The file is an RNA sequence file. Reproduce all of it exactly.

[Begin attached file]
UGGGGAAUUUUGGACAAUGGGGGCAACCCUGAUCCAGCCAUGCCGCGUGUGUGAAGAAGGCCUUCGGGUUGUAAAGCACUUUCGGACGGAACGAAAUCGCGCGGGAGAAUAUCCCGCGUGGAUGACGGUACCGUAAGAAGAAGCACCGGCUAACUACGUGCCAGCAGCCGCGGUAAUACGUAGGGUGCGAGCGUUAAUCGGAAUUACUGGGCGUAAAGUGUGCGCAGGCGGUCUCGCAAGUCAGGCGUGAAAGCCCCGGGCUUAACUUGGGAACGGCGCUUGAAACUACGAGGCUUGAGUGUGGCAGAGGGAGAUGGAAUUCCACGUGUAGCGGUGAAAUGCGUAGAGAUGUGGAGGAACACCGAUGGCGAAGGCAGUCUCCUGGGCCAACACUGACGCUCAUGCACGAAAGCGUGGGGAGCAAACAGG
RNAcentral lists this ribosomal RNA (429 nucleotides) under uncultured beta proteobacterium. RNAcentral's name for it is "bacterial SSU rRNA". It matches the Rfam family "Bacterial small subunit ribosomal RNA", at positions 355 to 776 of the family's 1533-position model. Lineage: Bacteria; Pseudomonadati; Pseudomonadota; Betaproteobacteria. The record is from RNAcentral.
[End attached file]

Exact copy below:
UGGGGAAUUUUGGACAAUGGGGGCAACCCUGAUCCAGCCAUGCCGCGUGUGUGAAGAAGGCCUUCGGGUUGUAAAGCACUUUCGGACGGAACGAAAUCGCGCGGGAGAAUAUCCCGCGUGGAUGACGGUACCGUAAGAAGAAGCACCGGCUAACUACGUGCCAGCAGCCGCGGUAAUACGUAGGGUGCGAGCGUUAAUCGGAAUUACUGGGCGUAAAGUGUGCGCAGGCGGUCUCGCAAGUCAGGCGUGAAAGCCCCGGGCUUAACUUGGGAACGGCGCUUGAAACUACGAGGCUUGAGUGUGGCAGAGGGAGAUGGAAUUCCACGUGUAGCGGUGAAAUGCGUAGAGAUGUGGAGGAACACCGAUGGCGAAGGCAGUCUCCUGGGCCAACACUGACGCUCAUGCACGAAAGCGUGGGGAGCAAACAGG
RNAcentral lists this ribosomal RNA (429 nucleotides) under uncultured beta proteobacterium. RNAcentral's name for it is "bacterial SSU rRNA". It matches the Rfam family "Bacterial small subunit ribosomal RNA", at positions 355 to 776 of the family's 1533-position model. Lineage: Bacteria; Pseudomonadati; Pseudomonadota; Betaproteobacteria. The record is from RNAcentral.